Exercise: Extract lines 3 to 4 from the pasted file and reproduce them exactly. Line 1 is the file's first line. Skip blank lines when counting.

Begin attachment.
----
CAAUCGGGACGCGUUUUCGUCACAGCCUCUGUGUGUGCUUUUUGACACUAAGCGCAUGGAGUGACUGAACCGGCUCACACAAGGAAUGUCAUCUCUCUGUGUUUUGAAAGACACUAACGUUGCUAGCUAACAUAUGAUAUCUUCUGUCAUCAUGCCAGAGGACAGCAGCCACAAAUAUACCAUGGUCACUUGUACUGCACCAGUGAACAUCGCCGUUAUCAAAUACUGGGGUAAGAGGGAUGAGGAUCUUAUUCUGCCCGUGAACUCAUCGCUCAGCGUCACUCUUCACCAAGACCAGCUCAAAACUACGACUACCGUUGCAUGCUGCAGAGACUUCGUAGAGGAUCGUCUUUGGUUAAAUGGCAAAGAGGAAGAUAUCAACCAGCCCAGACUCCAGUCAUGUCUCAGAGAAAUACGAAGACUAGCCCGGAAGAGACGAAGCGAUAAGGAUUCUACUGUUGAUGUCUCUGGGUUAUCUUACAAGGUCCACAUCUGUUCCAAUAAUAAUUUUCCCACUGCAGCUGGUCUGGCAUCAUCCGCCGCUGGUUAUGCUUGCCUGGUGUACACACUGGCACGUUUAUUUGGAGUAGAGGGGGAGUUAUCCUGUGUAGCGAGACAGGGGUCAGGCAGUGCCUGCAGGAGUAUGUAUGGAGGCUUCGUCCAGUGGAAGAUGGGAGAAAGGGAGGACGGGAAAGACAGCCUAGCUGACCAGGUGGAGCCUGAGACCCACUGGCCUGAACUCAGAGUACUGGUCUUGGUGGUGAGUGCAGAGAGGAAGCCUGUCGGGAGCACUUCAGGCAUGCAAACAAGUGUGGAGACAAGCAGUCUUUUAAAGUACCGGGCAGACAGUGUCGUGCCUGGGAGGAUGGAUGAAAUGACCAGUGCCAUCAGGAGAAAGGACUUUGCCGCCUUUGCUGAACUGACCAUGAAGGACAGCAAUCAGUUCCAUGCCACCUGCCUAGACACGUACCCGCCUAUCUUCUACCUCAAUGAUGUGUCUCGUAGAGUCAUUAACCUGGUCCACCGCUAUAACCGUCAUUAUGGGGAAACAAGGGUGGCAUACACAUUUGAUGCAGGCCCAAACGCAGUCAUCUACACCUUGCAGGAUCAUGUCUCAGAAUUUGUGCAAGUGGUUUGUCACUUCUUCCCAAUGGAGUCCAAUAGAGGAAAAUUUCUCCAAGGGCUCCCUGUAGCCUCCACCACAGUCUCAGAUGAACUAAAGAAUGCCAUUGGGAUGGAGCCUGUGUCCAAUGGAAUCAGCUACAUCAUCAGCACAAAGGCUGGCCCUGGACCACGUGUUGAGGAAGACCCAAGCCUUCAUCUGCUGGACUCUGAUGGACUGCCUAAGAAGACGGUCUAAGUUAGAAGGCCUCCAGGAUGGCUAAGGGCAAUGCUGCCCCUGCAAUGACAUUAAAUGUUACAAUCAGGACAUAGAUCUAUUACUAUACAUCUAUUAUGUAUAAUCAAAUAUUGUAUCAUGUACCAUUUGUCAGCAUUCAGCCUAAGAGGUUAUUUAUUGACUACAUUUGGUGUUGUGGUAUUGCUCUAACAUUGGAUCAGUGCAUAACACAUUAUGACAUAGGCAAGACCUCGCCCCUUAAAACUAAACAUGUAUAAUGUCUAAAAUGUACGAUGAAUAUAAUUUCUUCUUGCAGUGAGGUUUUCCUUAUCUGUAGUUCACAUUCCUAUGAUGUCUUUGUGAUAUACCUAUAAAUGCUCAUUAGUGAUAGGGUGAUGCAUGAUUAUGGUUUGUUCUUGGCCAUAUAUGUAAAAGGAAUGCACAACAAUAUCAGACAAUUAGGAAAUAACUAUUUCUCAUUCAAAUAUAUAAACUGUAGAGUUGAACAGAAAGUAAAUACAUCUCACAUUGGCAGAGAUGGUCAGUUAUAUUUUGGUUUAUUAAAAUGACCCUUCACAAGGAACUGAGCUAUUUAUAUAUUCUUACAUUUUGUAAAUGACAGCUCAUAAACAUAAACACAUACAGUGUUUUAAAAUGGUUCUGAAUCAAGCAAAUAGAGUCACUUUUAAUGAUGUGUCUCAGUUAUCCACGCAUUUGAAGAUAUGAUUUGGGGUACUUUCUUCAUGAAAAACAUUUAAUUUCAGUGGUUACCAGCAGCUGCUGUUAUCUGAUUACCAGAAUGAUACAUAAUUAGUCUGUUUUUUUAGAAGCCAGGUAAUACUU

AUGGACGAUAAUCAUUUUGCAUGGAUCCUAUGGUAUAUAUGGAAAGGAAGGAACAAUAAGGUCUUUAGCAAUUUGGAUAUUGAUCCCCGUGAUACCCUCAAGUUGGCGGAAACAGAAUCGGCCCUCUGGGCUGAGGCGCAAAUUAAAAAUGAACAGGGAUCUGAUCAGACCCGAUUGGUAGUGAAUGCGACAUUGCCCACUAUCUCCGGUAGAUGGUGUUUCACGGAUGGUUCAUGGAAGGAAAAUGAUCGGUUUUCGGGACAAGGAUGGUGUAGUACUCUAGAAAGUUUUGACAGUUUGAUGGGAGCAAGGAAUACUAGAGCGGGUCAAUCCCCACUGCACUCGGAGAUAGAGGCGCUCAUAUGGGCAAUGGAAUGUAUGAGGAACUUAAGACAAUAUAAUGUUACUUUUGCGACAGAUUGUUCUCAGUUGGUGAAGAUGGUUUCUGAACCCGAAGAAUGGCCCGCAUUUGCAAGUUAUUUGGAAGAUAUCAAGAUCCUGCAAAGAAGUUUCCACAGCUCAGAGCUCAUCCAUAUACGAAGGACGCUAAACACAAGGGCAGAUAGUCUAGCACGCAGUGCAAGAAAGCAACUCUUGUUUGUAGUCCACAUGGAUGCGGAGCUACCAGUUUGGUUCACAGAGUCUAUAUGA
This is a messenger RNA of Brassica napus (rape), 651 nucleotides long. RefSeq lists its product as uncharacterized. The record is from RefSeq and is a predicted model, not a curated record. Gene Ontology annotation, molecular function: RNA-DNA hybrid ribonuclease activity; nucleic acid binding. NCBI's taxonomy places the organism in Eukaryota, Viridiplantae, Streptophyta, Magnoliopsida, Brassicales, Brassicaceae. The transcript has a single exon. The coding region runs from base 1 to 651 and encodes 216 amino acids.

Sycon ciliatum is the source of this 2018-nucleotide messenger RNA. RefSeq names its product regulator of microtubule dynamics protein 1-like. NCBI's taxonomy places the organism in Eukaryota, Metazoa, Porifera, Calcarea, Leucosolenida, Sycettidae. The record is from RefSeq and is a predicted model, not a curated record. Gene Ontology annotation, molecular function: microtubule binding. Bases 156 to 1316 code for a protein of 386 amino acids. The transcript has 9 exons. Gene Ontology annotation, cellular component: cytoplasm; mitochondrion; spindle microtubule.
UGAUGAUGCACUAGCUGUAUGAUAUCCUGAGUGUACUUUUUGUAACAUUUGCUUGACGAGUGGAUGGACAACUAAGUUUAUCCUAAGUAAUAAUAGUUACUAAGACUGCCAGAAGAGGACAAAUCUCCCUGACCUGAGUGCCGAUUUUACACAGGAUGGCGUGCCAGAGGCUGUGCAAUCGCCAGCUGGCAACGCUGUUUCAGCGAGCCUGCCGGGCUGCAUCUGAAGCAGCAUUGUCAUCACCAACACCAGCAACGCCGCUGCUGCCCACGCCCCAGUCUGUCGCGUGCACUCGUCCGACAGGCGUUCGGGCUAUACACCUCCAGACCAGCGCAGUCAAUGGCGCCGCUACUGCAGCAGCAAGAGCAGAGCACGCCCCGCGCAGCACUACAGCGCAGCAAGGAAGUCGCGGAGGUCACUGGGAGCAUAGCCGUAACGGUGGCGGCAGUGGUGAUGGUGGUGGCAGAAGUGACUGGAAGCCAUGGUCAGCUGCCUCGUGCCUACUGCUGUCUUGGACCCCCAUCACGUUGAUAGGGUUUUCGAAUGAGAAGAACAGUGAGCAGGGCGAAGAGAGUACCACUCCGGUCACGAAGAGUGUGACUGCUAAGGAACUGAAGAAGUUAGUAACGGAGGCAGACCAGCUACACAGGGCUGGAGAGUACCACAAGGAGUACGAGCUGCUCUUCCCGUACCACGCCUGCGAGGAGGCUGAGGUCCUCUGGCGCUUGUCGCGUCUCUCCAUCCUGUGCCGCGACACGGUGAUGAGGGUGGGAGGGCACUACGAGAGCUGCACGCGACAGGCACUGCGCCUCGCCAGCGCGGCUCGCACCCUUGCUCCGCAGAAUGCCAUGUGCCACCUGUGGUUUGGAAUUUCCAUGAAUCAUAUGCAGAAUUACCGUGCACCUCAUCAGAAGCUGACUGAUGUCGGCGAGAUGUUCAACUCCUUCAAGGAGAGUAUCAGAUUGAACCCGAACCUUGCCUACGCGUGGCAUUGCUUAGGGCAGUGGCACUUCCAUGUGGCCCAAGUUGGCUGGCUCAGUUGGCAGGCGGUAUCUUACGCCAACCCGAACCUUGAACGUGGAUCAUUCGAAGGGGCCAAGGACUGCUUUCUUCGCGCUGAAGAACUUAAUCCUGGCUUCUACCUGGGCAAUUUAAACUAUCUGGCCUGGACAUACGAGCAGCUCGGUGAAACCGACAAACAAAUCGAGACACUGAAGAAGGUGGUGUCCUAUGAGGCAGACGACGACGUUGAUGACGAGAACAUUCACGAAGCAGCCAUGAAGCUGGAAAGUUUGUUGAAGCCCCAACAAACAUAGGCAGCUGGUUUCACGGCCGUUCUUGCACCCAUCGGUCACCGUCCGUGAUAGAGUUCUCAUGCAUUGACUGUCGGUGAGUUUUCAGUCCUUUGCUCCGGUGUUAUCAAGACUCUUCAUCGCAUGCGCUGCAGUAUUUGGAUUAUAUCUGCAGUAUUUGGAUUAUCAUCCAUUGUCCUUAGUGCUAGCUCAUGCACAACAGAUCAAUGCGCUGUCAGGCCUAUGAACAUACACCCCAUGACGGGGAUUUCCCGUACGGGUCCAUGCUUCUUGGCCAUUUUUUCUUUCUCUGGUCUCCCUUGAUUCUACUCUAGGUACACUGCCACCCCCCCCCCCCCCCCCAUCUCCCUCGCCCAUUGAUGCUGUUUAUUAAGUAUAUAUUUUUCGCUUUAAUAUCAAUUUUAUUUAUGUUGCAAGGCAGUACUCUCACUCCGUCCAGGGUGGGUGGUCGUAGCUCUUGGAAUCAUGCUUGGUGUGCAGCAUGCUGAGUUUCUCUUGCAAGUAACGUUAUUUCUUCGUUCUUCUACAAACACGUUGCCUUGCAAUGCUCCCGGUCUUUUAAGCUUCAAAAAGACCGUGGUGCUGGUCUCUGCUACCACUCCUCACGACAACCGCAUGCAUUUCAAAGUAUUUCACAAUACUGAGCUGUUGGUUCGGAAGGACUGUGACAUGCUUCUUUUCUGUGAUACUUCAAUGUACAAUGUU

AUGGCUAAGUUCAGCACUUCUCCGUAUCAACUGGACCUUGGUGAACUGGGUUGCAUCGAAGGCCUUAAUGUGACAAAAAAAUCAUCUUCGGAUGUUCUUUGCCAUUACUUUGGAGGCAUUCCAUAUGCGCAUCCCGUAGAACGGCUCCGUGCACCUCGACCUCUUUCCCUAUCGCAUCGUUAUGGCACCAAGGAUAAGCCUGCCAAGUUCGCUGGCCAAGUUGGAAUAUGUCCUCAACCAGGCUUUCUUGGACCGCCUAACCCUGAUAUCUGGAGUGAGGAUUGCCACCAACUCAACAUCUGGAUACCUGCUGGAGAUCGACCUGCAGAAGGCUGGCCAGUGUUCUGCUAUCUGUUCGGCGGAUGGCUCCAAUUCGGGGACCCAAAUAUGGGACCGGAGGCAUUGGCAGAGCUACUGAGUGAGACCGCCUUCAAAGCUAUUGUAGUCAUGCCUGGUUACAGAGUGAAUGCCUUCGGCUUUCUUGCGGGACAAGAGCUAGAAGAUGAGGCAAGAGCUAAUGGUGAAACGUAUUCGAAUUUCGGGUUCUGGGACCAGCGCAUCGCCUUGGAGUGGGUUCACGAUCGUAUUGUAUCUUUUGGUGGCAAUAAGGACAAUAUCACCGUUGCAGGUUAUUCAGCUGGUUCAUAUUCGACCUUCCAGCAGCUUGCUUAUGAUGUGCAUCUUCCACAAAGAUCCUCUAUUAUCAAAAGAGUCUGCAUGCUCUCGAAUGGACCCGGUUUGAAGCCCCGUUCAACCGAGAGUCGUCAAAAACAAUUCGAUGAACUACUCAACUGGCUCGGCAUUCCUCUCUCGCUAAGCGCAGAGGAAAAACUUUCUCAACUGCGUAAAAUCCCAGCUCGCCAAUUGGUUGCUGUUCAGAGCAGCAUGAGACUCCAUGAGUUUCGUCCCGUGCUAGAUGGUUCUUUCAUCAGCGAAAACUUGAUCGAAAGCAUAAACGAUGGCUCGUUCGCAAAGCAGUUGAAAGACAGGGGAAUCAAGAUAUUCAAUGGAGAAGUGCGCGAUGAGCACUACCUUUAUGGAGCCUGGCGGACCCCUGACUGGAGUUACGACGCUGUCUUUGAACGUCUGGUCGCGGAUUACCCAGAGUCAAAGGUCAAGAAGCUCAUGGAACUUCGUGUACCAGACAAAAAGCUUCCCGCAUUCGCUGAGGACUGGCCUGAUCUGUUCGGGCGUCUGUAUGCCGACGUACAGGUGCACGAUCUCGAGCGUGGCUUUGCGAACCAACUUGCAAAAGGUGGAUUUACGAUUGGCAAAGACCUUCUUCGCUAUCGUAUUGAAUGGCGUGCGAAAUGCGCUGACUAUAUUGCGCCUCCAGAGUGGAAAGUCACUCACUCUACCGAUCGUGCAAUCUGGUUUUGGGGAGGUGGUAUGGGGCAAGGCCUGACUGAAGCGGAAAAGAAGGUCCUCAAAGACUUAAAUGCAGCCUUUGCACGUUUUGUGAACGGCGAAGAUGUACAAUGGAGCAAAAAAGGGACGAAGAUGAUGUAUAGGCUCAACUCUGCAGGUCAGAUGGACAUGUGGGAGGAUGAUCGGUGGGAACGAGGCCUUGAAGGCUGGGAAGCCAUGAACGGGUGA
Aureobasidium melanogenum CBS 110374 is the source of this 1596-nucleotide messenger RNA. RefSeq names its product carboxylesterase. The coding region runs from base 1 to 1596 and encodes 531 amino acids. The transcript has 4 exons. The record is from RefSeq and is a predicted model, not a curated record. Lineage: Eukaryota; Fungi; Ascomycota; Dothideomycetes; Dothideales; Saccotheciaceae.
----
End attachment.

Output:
This is a messenger RNA of Brassica napus (rape), 651 nucleotides long. RefSeq lists its product as uncharacterized. The record is from RefSeq and is a predicted model, not a curated record. Gene Ontology annotation, molecular function: RNA-DNA hybrid ribonuclease activity; nucleic acid binding. NCBI's taxonomy places the organism in Eukaryota, Viridiplantae, Streptophyta, Magnoliopsida, Brassicales, Brassicaceae. The transcript has a single exon. The coding region runs from base 1 to 651 and encodes 216 amino acids.

Sycon ciliatum is the source of this 2018-nucleotide messenger RNA. RefSeq names its product regulator of microtubule dynamics protein 1-like. NCBI's taxonomy places the organism in Eukaryota, Metazoa, Porifera, Calcarea, Leucosolenida, Sycettidae. The record is from RefSeq and is a predicted model, not a curated record. Gene Ontology annotation, molecular function: microtubule binding. Bases 156 to 1316 code for a protein of 386 amino acids. The transcript has 9 exons. Gene Ontology annotation, cellular component: cytoplasm; mitochondrion; spindle microtubule.